“From Scratch: A Memoir of Love, Sicily, and Finding Home” (Simon & Schuster), by Tembi Locke
Not interested in yet another memoir of moving to Italy, discovering great food and falling crazy in love with the man of your dreams? Me neither. But don’t let that stop you from picking up “From Scratch: A Memoir of Love, Sicily, and Finding Home” by Tembi Locke.
Yes, the literary debut from the Houston-born actress is the no-longer-unique combination of travelogue, recipe book and love story. And, yes, it’s primarily set in Sicily.
But “From Scratch” manages to elevate itself with a few key additional elements.
First, Locke is a black American actress forging a career in Hollywood. She meets Saro, a Sicilian chef, when she’s 20. Their interracial, intercultural relationship is shocking enough that his parents boycott the wedding. Then Saro is diagnosed with a rare cancer and dies early in the narrative.
Readers observe Locke attempting to work through her paralyzing grief while caring for a young daughter, Zoela, and providing them with a stable home in Los Angeles. They spend summers in Sicily where Zoela thrives and Locke gets to know her late husband’s family.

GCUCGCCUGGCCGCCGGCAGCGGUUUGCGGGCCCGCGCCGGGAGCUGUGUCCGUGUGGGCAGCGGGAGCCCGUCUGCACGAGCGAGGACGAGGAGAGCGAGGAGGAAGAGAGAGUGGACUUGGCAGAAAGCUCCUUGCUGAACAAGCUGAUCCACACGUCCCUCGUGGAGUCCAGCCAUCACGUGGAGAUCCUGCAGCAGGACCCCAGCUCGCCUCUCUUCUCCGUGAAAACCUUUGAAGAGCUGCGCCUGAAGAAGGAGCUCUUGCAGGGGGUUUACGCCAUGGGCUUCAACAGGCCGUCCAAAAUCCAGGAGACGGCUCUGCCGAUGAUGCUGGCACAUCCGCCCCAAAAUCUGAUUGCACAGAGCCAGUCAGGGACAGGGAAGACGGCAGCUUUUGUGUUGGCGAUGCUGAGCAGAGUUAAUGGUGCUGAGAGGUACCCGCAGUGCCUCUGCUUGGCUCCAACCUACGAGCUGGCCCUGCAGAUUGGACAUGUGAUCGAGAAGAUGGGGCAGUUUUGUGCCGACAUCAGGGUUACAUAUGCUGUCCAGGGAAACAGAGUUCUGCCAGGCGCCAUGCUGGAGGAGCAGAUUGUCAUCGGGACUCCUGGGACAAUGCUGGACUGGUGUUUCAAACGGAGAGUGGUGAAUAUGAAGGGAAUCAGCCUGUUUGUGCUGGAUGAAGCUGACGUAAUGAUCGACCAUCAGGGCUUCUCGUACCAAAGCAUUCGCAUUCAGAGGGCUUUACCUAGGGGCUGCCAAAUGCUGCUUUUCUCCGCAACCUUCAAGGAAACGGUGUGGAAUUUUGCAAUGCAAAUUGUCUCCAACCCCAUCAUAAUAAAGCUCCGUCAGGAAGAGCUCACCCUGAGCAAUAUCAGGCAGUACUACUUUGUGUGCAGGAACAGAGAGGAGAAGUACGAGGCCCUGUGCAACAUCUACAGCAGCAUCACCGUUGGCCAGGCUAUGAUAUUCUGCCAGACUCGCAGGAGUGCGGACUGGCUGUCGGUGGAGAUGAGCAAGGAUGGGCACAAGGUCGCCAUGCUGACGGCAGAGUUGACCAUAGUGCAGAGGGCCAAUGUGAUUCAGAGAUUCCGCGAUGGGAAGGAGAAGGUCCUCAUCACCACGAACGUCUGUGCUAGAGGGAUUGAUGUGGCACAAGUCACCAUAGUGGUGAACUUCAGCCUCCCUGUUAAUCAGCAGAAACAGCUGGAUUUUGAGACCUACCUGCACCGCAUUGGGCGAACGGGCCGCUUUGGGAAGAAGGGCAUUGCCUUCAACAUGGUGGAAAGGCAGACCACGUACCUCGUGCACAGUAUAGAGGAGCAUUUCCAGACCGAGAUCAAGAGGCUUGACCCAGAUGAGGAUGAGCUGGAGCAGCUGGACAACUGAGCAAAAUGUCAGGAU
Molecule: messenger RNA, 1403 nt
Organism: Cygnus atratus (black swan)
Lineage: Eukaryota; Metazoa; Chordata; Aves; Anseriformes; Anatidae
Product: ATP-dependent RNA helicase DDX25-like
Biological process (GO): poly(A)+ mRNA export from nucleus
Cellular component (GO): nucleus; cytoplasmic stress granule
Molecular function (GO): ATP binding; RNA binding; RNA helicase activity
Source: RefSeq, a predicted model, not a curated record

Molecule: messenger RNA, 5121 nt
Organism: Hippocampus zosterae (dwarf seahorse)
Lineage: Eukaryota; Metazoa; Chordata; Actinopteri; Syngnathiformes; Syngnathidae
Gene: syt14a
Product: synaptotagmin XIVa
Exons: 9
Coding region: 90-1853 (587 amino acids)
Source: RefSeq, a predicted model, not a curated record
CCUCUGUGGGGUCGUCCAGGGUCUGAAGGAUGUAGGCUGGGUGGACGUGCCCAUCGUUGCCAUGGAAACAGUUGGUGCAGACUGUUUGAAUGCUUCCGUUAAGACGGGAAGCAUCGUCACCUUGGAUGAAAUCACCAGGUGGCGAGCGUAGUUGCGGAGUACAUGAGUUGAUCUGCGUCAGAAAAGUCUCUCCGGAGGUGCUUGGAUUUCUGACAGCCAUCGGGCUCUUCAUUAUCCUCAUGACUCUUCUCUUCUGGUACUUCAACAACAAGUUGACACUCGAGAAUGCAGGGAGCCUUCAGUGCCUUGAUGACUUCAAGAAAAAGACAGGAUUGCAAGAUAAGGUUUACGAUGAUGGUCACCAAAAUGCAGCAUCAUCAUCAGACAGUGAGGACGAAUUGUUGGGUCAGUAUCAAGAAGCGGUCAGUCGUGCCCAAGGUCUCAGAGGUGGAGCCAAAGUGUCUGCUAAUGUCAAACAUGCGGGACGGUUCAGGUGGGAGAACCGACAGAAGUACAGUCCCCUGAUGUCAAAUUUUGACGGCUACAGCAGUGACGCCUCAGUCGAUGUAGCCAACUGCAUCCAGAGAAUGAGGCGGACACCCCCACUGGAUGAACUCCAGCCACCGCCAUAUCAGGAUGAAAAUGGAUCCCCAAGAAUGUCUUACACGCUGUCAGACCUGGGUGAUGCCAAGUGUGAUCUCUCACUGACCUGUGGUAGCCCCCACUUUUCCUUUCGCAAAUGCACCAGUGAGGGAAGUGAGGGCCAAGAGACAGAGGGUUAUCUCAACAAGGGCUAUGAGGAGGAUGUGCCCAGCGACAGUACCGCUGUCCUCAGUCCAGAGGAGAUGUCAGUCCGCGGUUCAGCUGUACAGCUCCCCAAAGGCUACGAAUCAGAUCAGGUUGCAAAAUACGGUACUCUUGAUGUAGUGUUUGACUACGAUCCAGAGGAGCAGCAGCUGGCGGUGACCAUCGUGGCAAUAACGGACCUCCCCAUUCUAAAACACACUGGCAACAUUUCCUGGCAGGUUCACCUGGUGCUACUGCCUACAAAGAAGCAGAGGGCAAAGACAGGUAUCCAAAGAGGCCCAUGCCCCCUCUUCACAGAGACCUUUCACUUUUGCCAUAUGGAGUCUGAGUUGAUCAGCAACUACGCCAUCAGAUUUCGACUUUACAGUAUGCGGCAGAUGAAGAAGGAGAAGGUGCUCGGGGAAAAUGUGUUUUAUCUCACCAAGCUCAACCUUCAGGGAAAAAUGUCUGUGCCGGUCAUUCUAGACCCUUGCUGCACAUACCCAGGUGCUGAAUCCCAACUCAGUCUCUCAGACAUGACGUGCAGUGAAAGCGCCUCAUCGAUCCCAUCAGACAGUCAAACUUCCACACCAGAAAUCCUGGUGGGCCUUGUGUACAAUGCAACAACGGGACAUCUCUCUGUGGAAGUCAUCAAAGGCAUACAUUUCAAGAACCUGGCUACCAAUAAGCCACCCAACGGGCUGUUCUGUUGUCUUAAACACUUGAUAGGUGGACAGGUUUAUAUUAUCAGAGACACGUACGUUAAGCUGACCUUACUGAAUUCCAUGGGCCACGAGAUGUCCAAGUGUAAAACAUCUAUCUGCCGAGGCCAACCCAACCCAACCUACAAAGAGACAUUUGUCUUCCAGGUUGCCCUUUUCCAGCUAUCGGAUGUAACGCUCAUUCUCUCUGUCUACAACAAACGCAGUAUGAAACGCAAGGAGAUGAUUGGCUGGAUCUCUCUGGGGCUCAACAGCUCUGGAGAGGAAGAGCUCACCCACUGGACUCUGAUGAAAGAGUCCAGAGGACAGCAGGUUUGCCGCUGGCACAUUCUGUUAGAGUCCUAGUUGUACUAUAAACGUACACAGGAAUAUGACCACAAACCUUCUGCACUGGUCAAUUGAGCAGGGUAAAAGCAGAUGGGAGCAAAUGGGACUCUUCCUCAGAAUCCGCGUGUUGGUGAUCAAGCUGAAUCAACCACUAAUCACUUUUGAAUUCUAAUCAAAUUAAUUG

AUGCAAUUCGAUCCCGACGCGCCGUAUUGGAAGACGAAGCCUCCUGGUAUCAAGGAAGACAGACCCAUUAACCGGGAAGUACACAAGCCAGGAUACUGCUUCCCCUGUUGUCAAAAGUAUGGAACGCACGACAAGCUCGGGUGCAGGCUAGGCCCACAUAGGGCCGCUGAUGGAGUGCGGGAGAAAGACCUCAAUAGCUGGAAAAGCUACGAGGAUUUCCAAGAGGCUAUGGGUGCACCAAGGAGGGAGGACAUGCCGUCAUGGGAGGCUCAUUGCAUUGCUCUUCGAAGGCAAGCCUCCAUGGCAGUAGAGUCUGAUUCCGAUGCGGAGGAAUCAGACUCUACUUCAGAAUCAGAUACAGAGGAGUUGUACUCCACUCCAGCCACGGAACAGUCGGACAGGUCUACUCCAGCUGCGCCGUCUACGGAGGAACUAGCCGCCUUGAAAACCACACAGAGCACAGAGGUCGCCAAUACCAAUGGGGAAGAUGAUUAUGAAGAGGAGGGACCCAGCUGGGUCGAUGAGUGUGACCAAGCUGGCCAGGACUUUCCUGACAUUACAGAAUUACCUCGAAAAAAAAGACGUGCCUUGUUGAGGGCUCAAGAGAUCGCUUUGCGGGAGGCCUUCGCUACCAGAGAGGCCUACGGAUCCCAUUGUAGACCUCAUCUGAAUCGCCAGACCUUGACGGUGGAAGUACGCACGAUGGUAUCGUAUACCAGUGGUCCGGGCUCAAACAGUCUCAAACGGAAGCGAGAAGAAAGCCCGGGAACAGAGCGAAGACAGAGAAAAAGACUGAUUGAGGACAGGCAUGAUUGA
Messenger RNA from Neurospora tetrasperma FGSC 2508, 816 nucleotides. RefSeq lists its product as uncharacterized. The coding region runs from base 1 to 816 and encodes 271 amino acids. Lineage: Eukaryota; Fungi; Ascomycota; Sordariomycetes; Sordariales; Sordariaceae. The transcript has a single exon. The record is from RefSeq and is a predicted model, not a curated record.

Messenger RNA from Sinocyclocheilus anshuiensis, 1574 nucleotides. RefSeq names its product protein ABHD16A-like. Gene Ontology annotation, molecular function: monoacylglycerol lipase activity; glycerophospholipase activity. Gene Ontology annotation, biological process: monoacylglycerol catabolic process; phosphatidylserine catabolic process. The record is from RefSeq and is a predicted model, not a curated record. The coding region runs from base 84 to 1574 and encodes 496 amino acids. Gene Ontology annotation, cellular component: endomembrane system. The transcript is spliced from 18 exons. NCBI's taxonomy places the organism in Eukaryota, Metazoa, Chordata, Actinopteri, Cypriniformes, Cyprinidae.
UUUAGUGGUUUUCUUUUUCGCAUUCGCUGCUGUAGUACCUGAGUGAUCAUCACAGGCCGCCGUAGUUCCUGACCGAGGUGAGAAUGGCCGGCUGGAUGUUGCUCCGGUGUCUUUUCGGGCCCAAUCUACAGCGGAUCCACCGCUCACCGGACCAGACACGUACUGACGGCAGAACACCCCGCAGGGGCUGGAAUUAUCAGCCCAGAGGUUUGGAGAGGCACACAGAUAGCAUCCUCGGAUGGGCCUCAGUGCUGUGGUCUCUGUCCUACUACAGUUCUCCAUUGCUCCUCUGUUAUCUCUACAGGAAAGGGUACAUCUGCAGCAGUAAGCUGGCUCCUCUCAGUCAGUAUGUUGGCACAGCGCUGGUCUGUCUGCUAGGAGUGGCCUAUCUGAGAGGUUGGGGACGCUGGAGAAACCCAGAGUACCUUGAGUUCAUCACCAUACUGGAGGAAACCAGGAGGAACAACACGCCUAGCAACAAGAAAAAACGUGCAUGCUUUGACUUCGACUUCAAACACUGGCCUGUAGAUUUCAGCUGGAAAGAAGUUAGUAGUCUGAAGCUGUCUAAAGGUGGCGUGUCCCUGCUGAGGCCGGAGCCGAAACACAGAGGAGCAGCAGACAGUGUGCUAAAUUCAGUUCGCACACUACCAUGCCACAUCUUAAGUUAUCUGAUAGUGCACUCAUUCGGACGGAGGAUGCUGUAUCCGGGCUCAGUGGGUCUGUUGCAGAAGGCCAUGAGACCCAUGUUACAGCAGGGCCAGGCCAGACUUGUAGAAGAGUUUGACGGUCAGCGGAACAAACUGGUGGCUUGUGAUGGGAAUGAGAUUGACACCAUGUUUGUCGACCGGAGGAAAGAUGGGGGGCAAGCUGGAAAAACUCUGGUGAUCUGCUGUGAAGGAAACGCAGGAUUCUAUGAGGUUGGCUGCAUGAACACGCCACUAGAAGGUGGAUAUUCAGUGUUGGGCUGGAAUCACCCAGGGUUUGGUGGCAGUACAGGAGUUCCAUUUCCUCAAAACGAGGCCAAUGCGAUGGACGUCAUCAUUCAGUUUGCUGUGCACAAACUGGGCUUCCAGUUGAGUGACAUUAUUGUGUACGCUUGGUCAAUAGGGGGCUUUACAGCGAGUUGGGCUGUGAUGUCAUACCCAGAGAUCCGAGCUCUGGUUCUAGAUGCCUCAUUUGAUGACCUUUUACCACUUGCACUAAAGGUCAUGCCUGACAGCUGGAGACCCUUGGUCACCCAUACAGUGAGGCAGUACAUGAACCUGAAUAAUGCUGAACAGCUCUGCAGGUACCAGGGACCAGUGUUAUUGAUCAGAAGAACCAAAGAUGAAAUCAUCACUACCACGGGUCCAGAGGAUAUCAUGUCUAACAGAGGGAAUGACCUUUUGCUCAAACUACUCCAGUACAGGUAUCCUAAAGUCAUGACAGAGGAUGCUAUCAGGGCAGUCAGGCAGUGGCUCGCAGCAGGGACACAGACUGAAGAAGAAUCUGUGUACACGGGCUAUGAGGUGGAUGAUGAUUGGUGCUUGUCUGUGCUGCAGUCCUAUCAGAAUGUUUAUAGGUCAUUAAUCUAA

The writing in “From Scratch” is sublime. Locke allows her readers to revel in the sensory experiences of Sicily. She offers a peek into her deeply satisfying relationship with her daughter, her husband and their family.
When she compares cheese-making to grief, describing how both need “time, labor and attention,” she offers a new perspective on an age-old emotion. Even her description of the classic Los Angeles fog feels fresh: “A haze always hung over the city, separating the lives we led from the open sky.”
Because of her obvious writing skills, readers get lost in her prose, which leads to some confusion and unanswered questions. For example, the book glosses over Saro’s cancer diagnosis, lengthy treatments and Locke’s 10 years as his caregiver. And while readers understand that they were each other’s great love, we’re not sure how or why that became true.
Her characters, too, are presented in broad strokes and feel two-dimensional. Zoela as a typical kid is whiny and impatient at times, but she’s also smart, kind and wise beyond her years. Saro is handsome, supportive, understanding and great in the bedroom as well as the kitchen. And Locke herself, despite sharing stories of her love, family and grief, keeps a safe distance.
Despite its flaws, “From Scratch,” which ends, as this sort of book does, with a collection of recipes, is a gorgeous read.
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